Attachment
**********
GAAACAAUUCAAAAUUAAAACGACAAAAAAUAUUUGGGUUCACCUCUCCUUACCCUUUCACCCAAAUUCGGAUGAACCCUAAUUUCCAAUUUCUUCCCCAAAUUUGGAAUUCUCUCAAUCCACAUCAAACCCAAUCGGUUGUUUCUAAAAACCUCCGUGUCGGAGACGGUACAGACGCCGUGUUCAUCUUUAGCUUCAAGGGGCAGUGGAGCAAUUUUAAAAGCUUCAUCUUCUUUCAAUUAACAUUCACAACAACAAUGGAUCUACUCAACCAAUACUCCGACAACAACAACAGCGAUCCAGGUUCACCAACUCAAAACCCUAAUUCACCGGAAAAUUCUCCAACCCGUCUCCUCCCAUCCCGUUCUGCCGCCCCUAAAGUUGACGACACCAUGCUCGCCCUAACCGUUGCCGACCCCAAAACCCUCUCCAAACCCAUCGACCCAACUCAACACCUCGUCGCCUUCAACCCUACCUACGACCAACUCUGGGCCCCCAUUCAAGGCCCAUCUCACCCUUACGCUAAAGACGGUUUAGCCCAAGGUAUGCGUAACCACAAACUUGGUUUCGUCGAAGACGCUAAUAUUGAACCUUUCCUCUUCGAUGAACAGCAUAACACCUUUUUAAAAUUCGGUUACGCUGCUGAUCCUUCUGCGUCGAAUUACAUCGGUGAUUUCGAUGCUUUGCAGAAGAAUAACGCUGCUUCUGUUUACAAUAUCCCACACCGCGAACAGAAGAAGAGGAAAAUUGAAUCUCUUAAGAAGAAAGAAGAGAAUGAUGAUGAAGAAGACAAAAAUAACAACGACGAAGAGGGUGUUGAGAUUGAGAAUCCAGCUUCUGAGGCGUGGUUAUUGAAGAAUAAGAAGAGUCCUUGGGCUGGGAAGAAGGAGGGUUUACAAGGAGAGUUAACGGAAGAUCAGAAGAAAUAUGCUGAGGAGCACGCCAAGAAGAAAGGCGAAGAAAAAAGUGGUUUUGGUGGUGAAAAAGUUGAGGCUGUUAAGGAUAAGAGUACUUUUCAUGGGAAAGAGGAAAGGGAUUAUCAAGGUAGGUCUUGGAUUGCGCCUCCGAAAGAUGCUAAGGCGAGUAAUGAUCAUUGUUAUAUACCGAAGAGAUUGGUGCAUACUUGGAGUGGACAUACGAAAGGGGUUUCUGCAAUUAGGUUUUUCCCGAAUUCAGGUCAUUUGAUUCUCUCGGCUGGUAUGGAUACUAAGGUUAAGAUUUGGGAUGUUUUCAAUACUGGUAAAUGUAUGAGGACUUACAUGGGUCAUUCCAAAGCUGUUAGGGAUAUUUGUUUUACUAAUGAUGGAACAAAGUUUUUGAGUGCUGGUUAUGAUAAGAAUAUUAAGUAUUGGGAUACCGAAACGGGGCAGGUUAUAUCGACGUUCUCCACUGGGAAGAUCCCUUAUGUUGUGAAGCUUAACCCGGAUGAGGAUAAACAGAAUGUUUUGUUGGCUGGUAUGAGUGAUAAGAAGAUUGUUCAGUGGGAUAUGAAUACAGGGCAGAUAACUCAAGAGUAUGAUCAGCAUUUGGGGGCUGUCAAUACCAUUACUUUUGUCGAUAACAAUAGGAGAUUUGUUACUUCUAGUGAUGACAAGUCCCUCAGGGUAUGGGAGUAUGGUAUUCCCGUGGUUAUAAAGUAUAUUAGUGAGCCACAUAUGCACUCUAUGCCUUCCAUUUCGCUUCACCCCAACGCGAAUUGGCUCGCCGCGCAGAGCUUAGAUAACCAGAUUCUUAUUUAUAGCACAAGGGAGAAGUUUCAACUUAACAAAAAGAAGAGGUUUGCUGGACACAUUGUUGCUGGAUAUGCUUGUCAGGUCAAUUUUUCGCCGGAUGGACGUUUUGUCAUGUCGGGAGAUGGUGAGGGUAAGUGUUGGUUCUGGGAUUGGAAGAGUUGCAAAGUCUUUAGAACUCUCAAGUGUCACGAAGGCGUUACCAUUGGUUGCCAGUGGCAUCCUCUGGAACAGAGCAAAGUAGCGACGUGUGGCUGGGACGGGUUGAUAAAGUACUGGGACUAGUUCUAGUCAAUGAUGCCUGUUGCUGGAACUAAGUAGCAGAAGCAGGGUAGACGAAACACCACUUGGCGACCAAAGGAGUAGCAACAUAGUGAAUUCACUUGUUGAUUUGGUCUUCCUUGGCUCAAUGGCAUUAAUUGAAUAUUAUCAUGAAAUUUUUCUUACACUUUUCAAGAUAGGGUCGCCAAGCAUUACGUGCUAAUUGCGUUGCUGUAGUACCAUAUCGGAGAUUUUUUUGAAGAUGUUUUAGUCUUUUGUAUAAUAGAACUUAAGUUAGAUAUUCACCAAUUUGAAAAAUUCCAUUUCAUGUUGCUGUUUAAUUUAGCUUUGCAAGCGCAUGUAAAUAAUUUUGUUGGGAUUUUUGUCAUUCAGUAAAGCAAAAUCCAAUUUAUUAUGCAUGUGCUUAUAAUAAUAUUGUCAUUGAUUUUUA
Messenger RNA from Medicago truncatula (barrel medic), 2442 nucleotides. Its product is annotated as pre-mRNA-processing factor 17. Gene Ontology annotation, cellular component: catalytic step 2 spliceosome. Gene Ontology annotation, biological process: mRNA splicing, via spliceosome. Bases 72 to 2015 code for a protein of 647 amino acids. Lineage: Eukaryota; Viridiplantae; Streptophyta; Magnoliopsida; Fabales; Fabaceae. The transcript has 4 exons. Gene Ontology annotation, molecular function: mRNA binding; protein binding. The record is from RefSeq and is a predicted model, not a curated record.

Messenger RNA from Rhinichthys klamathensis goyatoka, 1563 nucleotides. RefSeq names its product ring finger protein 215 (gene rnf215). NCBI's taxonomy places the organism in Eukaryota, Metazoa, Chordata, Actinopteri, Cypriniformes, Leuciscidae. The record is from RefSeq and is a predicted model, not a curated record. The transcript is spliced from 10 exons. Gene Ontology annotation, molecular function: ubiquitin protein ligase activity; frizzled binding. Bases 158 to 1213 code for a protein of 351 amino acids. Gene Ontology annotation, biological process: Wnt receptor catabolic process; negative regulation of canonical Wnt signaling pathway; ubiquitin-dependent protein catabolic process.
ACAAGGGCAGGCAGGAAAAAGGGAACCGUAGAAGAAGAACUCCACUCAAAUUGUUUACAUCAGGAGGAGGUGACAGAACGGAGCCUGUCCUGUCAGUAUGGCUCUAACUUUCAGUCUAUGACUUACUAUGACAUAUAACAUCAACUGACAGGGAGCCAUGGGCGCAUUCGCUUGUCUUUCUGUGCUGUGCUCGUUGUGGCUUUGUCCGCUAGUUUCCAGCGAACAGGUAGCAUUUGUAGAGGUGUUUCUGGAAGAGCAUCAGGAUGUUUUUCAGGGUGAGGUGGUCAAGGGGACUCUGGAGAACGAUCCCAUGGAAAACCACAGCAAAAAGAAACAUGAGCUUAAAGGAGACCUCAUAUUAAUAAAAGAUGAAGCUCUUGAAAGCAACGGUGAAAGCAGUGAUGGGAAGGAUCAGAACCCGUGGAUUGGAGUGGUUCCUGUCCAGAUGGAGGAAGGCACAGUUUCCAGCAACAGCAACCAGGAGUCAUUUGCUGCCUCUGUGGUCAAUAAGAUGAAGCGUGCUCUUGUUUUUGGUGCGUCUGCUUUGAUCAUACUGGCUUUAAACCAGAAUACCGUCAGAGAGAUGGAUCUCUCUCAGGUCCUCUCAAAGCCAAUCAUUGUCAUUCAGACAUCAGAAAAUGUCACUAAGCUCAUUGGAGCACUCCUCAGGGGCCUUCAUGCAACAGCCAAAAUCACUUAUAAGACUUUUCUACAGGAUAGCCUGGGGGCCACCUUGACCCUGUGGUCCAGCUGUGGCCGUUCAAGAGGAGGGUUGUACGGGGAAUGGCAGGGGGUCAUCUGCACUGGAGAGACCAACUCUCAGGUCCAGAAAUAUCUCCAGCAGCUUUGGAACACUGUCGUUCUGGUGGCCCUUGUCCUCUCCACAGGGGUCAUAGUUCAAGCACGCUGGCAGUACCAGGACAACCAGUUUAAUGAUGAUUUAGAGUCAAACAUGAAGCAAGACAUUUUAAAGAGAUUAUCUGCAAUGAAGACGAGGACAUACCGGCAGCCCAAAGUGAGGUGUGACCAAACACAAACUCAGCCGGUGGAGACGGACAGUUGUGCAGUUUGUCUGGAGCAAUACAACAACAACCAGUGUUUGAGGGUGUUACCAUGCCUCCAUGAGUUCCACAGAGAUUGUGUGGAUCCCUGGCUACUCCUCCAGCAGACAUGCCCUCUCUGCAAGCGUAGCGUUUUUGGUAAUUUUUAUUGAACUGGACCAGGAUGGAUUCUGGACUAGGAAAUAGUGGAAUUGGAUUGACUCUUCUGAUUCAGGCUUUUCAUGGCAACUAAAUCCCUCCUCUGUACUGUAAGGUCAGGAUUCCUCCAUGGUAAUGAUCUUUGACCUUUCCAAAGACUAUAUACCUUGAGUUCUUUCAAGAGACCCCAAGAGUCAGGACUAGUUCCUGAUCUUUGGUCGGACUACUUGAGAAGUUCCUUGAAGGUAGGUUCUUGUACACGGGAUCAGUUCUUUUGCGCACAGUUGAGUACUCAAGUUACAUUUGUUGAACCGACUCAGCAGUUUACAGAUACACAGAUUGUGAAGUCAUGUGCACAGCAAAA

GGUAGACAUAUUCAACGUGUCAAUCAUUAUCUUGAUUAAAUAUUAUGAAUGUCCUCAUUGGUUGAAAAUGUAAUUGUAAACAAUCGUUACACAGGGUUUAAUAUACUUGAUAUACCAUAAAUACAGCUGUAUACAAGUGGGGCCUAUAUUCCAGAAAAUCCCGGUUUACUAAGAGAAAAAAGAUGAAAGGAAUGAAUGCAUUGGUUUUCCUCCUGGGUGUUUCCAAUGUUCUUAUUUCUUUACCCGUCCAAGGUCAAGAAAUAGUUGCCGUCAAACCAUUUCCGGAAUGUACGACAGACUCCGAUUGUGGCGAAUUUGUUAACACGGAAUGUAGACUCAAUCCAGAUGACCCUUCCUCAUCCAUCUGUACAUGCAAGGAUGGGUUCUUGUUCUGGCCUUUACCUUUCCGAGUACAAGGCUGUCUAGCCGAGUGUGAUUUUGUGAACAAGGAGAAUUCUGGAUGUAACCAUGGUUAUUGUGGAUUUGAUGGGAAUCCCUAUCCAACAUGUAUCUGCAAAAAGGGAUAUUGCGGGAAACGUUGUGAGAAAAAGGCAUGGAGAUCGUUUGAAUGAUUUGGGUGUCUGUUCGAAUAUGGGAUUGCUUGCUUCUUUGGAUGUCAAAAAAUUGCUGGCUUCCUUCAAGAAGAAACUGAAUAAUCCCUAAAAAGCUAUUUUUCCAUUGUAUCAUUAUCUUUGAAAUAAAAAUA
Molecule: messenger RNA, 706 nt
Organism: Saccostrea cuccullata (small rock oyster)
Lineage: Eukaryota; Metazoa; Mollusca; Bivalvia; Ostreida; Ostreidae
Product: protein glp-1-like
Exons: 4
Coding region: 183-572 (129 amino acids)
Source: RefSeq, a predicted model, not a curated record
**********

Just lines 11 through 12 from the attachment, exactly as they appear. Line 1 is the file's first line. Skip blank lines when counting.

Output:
Coding region: 183-572 (129 amino acids)
Source: RefSeq, a predicted model, not a curated record